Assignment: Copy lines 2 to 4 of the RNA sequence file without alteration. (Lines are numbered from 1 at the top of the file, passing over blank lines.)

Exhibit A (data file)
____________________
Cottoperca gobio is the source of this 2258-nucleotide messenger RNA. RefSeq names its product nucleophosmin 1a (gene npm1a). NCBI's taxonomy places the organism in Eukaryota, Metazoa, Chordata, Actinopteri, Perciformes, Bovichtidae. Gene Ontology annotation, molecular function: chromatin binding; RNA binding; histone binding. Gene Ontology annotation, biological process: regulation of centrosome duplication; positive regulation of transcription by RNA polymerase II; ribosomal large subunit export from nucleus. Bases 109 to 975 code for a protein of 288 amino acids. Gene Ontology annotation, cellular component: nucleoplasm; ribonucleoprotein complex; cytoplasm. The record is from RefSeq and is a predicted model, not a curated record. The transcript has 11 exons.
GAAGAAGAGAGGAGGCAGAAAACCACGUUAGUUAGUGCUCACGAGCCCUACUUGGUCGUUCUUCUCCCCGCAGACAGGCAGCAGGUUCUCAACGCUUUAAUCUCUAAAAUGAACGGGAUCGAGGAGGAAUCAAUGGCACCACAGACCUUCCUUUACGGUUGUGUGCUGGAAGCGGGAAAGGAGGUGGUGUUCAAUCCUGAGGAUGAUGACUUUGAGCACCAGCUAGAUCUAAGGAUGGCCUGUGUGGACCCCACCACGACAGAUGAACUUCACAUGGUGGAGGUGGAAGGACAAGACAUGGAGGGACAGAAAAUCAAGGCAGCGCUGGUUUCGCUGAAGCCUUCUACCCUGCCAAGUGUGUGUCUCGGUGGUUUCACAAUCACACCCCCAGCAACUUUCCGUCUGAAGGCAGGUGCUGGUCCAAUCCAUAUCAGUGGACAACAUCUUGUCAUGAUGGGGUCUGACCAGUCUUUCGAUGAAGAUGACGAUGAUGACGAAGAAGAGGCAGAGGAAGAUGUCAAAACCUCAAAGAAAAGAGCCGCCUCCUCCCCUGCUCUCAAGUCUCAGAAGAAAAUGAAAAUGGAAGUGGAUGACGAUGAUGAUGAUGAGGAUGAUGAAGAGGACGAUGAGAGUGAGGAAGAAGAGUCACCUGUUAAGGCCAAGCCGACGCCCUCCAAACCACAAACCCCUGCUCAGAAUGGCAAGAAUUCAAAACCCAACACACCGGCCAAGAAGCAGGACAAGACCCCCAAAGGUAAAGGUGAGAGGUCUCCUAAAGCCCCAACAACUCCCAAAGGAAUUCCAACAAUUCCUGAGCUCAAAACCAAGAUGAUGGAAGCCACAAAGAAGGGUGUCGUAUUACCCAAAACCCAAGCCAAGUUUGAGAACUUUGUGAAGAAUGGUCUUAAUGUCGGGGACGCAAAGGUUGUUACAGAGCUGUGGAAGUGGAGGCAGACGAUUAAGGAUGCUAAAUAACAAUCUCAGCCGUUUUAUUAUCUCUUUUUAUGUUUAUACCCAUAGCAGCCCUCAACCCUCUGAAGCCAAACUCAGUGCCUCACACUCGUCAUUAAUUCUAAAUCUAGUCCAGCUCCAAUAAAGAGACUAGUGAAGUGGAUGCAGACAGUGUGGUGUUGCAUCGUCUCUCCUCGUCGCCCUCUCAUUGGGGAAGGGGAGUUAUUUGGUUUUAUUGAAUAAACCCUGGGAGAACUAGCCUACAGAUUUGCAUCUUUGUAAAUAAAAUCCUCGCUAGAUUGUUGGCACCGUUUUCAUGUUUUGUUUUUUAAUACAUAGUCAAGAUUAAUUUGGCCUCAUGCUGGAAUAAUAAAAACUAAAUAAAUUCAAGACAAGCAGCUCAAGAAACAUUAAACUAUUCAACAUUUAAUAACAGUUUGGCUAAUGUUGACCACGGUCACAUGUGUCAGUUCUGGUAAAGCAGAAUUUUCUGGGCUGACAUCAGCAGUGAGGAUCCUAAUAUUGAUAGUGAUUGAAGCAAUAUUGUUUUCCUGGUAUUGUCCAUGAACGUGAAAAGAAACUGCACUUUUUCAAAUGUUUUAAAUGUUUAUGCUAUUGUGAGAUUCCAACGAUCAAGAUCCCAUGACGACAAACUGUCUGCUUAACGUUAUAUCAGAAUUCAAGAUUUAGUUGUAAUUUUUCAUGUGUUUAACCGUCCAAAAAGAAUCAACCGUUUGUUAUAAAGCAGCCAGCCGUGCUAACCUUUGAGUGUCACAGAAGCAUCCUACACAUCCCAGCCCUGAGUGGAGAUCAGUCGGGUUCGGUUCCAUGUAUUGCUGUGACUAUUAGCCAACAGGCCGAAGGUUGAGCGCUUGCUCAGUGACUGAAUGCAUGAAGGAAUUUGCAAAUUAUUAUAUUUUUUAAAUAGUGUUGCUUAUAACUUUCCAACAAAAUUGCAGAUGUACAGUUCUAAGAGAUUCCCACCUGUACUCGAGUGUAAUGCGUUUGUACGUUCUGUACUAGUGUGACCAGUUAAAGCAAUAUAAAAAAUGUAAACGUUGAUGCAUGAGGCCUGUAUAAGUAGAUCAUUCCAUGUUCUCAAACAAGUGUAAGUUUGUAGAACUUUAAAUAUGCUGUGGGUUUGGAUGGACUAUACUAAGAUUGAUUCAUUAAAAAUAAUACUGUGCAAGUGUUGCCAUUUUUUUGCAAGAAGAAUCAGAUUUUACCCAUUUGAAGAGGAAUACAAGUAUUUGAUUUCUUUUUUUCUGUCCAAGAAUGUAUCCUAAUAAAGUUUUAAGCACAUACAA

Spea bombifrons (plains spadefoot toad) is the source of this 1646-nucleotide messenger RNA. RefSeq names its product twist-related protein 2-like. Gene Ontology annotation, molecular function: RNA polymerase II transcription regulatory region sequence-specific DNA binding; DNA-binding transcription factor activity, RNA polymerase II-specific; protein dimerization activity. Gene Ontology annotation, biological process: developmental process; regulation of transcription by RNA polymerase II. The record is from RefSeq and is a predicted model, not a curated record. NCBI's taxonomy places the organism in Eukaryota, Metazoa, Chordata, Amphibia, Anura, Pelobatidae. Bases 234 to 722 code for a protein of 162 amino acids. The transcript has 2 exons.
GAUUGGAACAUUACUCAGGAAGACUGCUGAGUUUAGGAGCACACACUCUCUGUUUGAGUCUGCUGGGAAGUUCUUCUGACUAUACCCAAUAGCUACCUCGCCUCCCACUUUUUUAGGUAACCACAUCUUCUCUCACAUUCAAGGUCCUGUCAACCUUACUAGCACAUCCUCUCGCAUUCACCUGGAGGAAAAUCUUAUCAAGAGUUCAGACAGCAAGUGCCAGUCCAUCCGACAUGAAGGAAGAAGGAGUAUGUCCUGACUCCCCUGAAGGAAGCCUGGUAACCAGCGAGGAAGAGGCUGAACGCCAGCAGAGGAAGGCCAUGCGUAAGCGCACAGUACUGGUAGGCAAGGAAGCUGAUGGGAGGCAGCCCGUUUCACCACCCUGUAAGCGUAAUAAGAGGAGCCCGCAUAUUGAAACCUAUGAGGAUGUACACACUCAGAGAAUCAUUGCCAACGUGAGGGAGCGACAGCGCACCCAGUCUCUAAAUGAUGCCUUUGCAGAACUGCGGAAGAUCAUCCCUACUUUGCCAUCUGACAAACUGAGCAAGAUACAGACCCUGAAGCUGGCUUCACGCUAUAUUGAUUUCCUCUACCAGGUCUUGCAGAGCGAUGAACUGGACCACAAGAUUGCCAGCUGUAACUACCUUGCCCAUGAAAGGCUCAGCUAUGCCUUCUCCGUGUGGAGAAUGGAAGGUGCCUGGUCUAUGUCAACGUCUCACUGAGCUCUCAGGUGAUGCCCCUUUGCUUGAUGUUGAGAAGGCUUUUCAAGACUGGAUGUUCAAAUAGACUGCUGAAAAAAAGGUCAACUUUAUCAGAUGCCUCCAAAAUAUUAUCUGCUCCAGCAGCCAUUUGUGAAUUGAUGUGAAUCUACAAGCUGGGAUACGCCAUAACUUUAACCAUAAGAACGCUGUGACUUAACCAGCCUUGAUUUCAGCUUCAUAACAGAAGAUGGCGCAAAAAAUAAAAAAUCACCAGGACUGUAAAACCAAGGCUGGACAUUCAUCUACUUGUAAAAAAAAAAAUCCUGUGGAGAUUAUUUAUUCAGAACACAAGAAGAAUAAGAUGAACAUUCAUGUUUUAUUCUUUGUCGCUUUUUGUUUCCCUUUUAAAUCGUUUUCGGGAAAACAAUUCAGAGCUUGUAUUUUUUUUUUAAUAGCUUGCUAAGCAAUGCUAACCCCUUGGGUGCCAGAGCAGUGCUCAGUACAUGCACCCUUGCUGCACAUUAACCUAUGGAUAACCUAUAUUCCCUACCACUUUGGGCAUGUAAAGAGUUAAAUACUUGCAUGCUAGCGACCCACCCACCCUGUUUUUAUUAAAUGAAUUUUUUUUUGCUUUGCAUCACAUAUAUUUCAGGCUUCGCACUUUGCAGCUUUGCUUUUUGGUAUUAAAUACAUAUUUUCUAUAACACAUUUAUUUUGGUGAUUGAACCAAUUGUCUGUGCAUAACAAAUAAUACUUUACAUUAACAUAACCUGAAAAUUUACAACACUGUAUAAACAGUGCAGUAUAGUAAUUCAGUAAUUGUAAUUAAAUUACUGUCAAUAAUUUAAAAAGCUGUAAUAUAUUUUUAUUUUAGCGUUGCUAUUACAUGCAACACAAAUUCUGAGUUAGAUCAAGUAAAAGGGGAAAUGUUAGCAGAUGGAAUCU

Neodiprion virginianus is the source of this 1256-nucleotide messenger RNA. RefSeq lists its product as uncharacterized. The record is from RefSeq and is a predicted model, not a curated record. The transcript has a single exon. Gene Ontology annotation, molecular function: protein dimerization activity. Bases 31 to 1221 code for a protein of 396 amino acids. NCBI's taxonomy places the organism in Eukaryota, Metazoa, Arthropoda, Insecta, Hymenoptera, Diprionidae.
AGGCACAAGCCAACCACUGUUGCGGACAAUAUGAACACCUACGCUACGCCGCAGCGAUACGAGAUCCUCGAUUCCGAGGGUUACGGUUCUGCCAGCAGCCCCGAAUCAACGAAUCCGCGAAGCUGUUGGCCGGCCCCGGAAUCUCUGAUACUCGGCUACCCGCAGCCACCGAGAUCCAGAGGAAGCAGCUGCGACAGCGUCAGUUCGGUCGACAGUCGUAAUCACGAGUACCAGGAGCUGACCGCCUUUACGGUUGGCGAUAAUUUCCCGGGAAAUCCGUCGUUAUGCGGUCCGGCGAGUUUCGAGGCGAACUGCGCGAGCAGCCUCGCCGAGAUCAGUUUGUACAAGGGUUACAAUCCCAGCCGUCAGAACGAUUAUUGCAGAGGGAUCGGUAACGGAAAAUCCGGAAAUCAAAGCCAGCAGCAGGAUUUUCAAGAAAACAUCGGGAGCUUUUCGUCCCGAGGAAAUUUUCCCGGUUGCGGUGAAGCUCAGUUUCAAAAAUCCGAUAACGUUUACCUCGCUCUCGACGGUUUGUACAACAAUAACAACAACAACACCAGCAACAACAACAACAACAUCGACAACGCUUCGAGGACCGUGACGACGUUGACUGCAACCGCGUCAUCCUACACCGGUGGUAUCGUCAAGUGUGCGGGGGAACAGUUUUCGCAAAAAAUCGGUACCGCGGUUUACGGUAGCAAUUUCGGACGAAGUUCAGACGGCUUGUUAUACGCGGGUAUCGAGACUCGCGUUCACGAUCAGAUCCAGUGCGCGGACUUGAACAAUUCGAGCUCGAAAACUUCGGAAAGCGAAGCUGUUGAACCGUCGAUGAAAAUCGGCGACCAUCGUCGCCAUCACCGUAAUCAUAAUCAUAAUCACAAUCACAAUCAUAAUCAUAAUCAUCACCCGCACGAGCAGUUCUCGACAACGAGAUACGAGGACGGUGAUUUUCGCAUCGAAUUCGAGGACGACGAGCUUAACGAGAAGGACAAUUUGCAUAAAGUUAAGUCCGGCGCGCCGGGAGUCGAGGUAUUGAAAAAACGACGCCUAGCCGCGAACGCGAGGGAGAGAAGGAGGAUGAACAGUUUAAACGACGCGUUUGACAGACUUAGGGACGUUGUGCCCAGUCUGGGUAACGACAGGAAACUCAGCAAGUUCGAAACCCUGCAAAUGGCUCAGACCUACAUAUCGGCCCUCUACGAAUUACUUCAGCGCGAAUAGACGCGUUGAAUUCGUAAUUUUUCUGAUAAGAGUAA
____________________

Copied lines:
GAAGAAGAGAGGAGGCAGAAAACCACGUUAGUUAGUGCUCACGAGCCCUACUUGGUCGUUCUUCUCCCCGCAGACAGGCAGCAGGUUCUCAACGCUUUAAUCUCUAAAAUGAACGGGAUCGAGGAGGAAUCAAUGGCACCACAGACCUUCCUUUACGGUUGUGUGCUGGAAGCGGGAAAGGAGGUGGUGUUCAAUCCUGAGGAUGAUGACUUUGAGCACCAGCUAGAUCUAAGGAUGGCCUGUGUGGACCCCACCACGACAGAUGAACUUCACAUGGUGGAGGUGGAAGGACAAGACAUGGAGGGACAGAAAAUCAAGGCAGCGCUGGUUUCGCUGAAGCCUUCUACCCUGCCAAGUGUGUGUCUCGGUGGUUUCACAAUCACACCCCCAGCAACUUUCCGUCUGAAGGCAGGUGCUGGUCCAAUCCAUAUCAGUGGACAACAUCUUGUCAUGAUGGGGUCUGACCAGUCUUUCGAUGAAGAUGACGAUGAUGACGAAGAAGAGGCAGAGGAAGAUGUCAAAACCUCAAAGAAAAGAGCCGCCUCCUCCCCUGCUCUCAAGUCUCAGAAGAAAAUGAAAAUGGAAGUGGAUGACGAUGAUGAUGAUGAGGAUGAUGAAGAGGACGAUGAGAGUGAGGAAGAAGAGUCACCUGUUAAGGCCAAGCCGACGCCCUCCAAACCACAAACCCCUGCUCAGAAUGGCAAGAAUUCAAAACCCAACACACCGGCCAAGAAGCAGGACAAGACCCCCAAAGGUAAAGGUGAGAGGUCUCCUAAAGCCCCAACAACUCCCAAAGGAAUUCCAACAAUUCCUGAGCUCAAAACCAAGAUGAUGGAAGCCACAAAGAAGGGUGUCGUAUUACCCAAAACCCAAGCCAAGUUUGAGAACUUUGUGAAGAAUGGUCUUAAUGUCGGGGACGCAAAGGUUGUUACAGAGCUGUGGAAGUGGAGGCAGACGAUUAAGGAUGCUAAAUAACAAUCUCAGCCGUUUUAUUAUCUCUUUUUAUGUUUAUACCCAUAGCAGCCCUCAACCCUCUGAAGCCAAACUCAGUGCCUCACACUCGUCAUUAAUUCUAAAUCUAGUCCAGCUCCAAUAAAGAGACUAGUGAAGUGGAUGCAGACAGUGUGGUGUUGCAUCGUCUCUCCUCGUCGCCCUCUCAUUGGGGAAGGGGAGUUAUUUGGUUUUAUUGAAUAAACCCUGGGAGAACUAGCCUACAGAUUUGCAUCUUUGUAAAUAAAAUCCUCGCUAGAUUGUUGGCACCGUUUUCAUGUUUUGUUUUUUAAUACAUAGUCAAGAUUAAUUUGGCCUCAUGCUGGAAUAAUAAAAACUAAAUAAAUUCAAGACAAGCAGCUCAAGAAACAUUAAACUAUUCAACAUUUAAUAACAGUUUGGCUAAUGUUGACCACGGUCACAUGUGUCAGUUCUGGUAAAGCAGAAUUUUCUGGGCUGACAUCAGCAGUGAGGAUCCUAAUAUUGAUAGUGAUUGAAGCAAUAUUGUUUUCCUGGUAUUGUCCAUGAACGUGAAAAGAAACUGCACUUUUUCAAAUGUUUUAAAUGUUUAUGCUAUUGUGAGAUUCCAACGAUCAAGAUCCCAUGACGACAAACUGUCUGCUUAACGUUAUAUCAGAAUUCAAGAUUUAGUUGUAAUUUUUCAUGUGUUUAACCGUCCAAAAAGAAUCAACCGUUUGUUAUAAAGCAGCCAGCCGUGCUAACCUUUGAGUGUCACAGAAGCAUCCUACACAUCCCAGCCCUGAGUGGAGAUCAGUCGGGUUCGGUUCCAUGUAUUGCUGUGACUAUUAGCCAACAGGCCGAAGGUUGAGCGCUUGCUCAGUGACUGAAUGCAUGAAGGAAUUUGCAAAUUAUUAUAUUUUUUAAAUAGUGUUGCUUAUAACUUUCCAACAAAAUUGCAGAUGUACAGUUCUAAGAGAUUCCCACCUGUACUCGAGUGUAAUGCGUUUGUACGUUCUGUACUAGUGUGACCAGUUAAAGCAAUAUAAAAAAUGUAAACGUUGAUGCAUGAGGCCUGUAUAAGUAGAUCAUUCCAUGUUCUCAAACAAGUGUAAGUUUGUAGAACUUUAAAUAUGCUGUGGGUUUGGAUGGACUAUACUAAGAUUGAUUCAUUAAAAAUAAUACUGUGCAAGUGUUGCCAUUUUUUUGCAAGAAGAAUCAGAUUUUACCCAUUUGAAGAGGAAUACAAGUAUUUGAUUUCUUUUUUUCUGUCCAAGAAUGUAUCCUAAUAAAGUUUUAAGCACAUACAA

Spea bombifrons (plains spadefoot toad) is the source of this 1646-nucleotide messenger RNA. RefSeq names its product twist-related protein 2-like. Gene Ontology annotation, molecular function: RNA polymerase II transcription regulatory region sequence-specific DNA binding; DNA-binding transcription factor activity, RNA polymerase II-specific; protein dimerization activity. Gene Ontology annotation, biological process: developmental process; regulation of transcription by RNA polymerase II. The record is from RefSeq and is a predicted model, not a curated record. NCBI's taxonomy places the organism in Eukaryota, Metazoa, Chordata, Amphibia, Anura, Pelobatidae. Bases 234 to 722 code for a protein of 162 amino acids. The transcript has 2 exons.
GAUUGGAACAUUACUCAGGAAGACUGCUGAGUUUAGGAGCACACACUCUCUGUUUGAGUCUGCUGGGAAGUUCUUCUGACUAUACCCAAUAGCUACCUCGCCUCCCACUUUUUUAGGUAACCACAUCUUCUCUCACAUUCAAGGUCCUGUCAACCUUACUAGCACAUCCUCUCGCAUUCACCUGGAGGAAAAUCUUAUCAAGAGUUCAGACAGCAAGUGCCAGUCCAUCCGACAUGAAGGAAGAAGGAGUAUGUCCUGACUCCCCUGAAGGAAGCCUGGUAACCAGCGAGGAAGAGGCUGAACGCCAGCAGAGGAAGGCCAUGCGUAAGCGCACAGUACUGGUAGGCAAGGAAGCUGAUGGGAGGCAGCCCGUUUCACCACCCUGUAAGCGUAAUAAGAGGAGCCCGCAUAUUGAAACCUAUGAGGAUGUACACACUCAGAGAAUCAUUGCCAACGUGAGGGAGCGACAGCGCACCCAGUCUCUAAAUGAUGCCUUUGCAGAACUGCGGAAGAUCAUCCCUACUUUGCCAUCUGACAAACUGAGCAAGAUACAGACCCUGAAGCUGGCUUCACGCUAUAUUGAUUUCCUCUACCAGGUCUUGCAGAGCGAUGAACUGGACCACAAGAUUGCCAGCUGUAACUACCUUGCCCAUGAAAGGCUCAGCUAUGCCUUCUCCGUGUGGAGAAUGGAAGGUGCCUGGUCUAUGUCAACGUCUCACUGAGCUCUCAGGUGAUGCCCCUUUGCUUGAUGUUGAGAAGGCUUUUCAAGACUGGAUGUUCAAAUAGACUGCUGAAAAAAAGGUCAACUUUAUCAGAUGCCUCCAAAAUAUUAUCUGCUCCAGCAGCCAUUUGUGAAUUGAUGUGAAUCUACAAGCUGGGAUACGCCAUAACUUUAACCAUAAGAACGCUGUGACUUAACCAGCCUUGAUUUCAGCUUCAUAACAGAAGAUGGCGCAAAAAAUAAAAAAUCACCAGGACUGUAAAACCAAGGCUGGACAUUCAUCUACUUGUAAAAAAAAAAAUCCUGUGGAGAUUAUUUAUUCAGAACACAAGAAGAAUAAGAUGAACAUUCAUGUUUUAUUCUUUGUCGCUUUUUGUUUCCCUUUUAAAUCGUUUUCGGGAAAACAAUUCAGAGCUUGUAUUUUUUUUUUAAUAGCUUGCUAAGCAAUGCUAACCCCUUGGGUGCCAGAGCAGUGCUCAGUACAUGCACCCUUGCUGCACAUUAACCUAUGGAUAACCUAUAUUCCCUACCACUUUGGGCAUGUAAAGAGUUAAAUACUUGCAUGCUAGCGACCCACCCACCCUGUUUUUAUUAAAUGAAUUUUUUUUUGCUUUGCAUCACAUAUAUUUCAGGCUUCGCACUUUGCAGCUUUGCUUUUUGGUAUUAAAUACAUAUUUUCUAUAACACAUUUAUUUUGGUGAUUGAACCAAUUGUCUGUGCAUAACAAAUAAUACUUUACAUUAACAUAACCUGAAAAUUUACAACACUGUAUAAACAGUGCAGUAUAGUAAUUCAGUAAUUGUAAUUAAAUUACUGUCAAUAAUUUAAAAAGCUGUAAUAUAUUUUUAUUUUAGCGUUGCUAUUACAUGCAACACAAAUUCUGAGUUAGAUCAAGUAAAAGGGGAAAUGUUAGCAGAUGGAAUCU